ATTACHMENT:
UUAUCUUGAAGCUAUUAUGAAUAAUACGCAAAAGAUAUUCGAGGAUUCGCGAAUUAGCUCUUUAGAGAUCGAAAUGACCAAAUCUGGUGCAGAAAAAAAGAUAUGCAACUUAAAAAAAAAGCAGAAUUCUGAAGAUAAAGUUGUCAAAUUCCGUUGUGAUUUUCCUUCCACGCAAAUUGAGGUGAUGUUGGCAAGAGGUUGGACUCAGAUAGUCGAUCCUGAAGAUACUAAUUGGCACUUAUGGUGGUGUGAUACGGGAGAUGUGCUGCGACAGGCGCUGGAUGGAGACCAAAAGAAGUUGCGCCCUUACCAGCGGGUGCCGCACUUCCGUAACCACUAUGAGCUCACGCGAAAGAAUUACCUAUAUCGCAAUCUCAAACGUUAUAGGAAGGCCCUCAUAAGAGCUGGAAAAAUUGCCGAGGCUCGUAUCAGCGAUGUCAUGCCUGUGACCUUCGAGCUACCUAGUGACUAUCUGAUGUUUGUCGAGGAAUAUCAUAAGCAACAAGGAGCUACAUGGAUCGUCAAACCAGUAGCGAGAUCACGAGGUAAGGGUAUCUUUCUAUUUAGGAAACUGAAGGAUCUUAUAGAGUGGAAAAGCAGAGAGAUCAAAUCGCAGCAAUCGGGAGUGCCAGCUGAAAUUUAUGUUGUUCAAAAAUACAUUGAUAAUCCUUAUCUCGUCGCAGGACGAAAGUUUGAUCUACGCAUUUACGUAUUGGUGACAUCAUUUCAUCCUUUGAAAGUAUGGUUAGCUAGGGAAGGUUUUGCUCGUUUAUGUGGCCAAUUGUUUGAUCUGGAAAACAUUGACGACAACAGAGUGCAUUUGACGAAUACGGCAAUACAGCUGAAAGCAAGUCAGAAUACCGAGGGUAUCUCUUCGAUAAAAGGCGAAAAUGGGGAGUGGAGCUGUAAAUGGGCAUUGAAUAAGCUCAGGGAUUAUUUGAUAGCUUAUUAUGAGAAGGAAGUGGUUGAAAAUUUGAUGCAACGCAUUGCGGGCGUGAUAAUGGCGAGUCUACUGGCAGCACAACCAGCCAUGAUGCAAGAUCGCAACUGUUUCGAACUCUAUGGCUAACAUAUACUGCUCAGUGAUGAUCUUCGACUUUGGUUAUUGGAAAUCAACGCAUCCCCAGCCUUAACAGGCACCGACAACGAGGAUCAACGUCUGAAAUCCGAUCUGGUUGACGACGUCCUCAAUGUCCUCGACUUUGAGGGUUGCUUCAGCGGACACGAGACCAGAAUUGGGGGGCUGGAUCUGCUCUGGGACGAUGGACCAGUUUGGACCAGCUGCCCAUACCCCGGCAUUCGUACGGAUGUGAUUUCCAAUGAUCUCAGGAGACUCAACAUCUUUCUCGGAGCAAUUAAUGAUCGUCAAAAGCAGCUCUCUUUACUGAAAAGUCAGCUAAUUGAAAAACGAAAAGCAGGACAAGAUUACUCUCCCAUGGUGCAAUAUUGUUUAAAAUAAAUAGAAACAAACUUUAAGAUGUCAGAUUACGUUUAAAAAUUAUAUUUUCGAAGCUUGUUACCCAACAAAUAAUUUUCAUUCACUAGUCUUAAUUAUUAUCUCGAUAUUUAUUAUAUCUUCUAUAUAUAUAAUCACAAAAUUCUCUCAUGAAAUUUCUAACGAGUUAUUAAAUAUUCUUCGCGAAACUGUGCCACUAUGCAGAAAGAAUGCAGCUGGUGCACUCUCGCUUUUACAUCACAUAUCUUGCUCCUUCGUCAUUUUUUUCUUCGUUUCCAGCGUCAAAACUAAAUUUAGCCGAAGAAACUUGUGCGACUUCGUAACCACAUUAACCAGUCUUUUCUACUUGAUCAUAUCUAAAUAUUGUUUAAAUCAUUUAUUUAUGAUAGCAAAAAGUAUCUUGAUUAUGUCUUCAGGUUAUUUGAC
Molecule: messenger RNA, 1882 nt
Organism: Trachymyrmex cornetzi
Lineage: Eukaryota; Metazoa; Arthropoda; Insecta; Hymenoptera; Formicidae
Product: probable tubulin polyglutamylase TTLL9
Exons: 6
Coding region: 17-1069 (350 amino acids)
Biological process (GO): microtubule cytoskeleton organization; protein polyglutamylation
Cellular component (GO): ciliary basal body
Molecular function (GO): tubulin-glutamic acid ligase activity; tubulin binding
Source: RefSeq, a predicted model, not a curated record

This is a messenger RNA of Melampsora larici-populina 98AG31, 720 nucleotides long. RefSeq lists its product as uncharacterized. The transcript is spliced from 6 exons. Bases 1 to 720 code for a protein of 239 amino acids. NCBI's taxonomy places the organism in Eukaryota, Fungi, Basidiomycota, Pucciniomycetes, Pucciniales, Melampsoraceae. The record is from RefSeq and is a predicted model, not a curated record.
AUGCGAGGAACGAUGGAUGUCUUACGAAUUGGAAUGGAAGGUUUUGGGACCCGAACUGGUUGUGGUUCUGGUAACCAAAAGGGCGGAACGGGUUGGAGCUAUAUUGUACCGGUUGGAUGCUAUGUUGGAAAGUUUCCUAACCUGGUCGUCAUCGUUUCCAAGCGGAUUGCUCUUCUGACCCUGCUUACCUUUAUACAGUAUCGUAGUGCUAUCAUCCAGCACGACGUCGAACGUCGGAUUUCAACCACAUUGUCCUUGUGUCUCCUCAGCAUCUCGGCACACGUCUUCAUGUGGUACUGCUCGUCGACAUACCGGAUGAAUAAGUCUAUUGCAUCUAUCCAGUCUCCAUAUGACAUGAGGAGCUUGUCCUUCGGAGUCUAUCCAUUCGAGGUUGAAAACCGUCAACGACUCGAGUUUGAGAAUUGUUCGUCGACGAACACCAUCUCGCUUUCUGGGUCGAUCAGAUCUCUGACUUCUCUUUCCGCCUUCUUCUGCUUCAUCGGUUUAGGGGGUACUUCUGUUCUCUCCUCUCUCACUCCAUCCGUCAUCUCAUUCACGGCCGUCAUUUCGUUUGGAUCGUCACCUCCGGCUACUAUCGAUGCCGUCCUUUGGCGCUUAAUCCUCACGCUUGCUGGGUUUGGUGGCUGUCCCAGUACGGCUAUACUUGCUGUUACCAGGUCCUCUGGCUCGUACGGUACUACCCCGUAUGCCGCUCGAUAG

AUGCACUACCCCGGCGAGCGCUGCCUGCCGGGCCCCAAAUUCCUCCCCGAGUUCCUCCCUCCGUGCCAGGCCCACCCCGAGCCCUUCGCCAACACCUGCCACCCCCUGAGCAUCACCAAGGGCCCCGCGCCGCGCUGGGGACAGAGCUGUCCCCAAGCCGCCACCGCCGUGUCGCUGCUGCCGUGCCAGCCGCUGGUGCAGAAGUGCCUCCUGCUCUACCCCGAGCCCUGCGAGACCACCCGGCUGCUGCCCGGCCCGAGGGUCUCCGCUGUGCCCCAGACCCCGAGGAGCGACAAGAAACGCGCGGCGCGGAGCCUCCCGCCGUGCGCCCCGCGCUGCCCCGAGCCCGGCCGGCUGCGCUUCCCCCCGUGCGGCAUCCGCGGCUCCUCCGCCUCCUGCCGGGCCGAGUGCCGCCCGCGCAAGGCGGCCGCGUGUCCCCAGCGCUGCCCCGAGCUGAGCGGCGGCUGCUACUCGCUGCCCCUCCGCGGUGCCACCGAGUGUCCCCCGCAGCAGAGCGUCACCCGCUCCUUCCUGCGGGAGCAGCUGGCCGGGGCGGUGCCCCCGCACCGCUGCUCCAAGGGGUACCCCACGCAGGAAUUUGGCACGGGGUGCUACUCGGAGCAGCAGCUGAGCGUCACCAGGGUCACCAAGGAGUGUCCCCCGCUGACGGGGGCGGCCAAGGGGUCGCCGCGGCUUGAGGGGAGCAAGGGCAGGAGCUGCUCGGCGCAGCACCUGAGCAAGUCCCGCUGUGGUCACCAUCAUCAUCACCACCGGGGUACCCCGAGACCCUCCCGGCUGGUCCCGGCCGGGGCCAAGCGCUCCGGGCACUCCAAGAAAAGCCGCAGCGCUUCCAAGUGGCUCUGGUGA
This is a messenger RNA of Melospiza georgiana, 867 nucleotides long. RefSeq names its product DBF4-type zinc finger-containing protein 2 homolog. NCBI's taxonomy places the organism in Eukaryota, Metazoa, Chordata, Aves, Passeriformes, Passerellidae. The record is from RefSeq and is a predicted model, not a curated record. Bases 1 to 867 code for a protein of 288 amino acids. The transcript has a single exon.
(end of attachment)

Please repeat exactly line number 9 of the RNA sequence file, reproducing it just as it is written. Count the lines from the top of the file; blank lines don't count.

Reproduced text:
Cellular component (GO): ciliary basal body